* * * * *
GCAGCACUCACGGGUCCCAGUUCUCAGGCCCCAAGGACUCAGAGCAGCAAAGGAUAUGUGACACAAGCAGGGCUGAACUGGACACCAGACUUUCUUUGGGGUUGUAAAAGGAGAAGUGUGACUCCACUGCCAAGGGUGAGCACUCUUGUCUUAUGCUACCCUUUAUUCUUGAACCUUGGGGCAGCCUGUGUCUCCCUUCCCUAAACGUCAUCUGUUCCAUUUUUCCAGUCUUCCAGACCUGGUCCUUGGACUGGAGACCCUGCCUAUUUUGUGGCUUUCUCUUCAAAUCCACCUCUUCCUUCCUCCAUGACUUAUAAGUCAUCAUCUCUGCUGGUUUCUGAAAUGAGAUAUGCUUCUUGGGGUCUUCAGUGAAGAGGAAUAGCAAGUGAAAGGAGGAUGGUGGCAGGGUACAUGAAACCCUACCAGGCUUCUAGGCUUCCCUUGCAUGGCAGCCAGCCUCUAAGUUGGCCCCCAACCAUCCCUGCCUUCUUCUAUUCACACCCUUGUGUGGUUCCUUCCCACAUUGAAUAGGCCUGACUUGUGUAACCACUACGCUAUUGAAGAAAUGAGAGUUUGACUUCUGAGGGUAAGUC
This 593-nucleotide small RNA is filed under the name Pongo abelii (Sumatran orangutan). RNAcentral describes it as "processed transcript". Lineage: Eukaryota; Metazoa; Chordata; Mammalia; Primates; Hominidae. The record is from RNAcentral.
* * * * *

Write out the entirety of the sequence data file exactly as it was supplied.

GCAGCACUCACGGGUCCCAGUUCUCAGGCCCCAAGGACUCAGAGCAGCAAAGGAUAUGUGACACAAGCAGGGCUGAACUGGACACCAGACUUUCUUUGGGGUUGUAAAAGGAGAAGUGUGACUCCACUGCCAAGGGUGAGCACUCUUGUCUUAUGCUACCCUUUAUUCUUGAACCUUGGGGCAGCCUGUGUCUCCCUUCCCUAAACGUCAUCUGUUCCAUUUUUCCAGUCUUCCAGACCUGGUCCUUGGACUGGAGACCCUGCCUAUUUUGUGGCUUUCUCUUCAAAUCCACCUCUUCCUUCCUCCAUGACUUAUAAGUCAUCAUCUCUGCUGGUUUCUGAAAUGAGAUAUGCUUCUUGGGGUCUUCAGUGAAGAGGAAUAGCAAGUGAAAGGAGGAUGGUGGCAGGGUACAUGAAACCCUACCAGGCUUCUAGGCUUCCCUUGCAUGGCAGCCAGCCUCUAAGUUGGCCCCCAACCAUCCCUGCCUUCUUCUAUUCACACCCUUGUGUGGUUCCUUCCCACAUUGAAUAGGCCUGACUUGUGUAACCACUACGCUAUUGAAGAAAUGAGAGUUUGACUUCUGAGGGUAAGUC
This 593-nucleotide small RNA is filed under the name Pongo abelii (Sumatran orangutan). RNAcentral describes it as "processed transcript". Lineage: Eukaryota; Metazoa; Chordata; Mammalia; Primates; Hominidae. The record is from RNAcentral.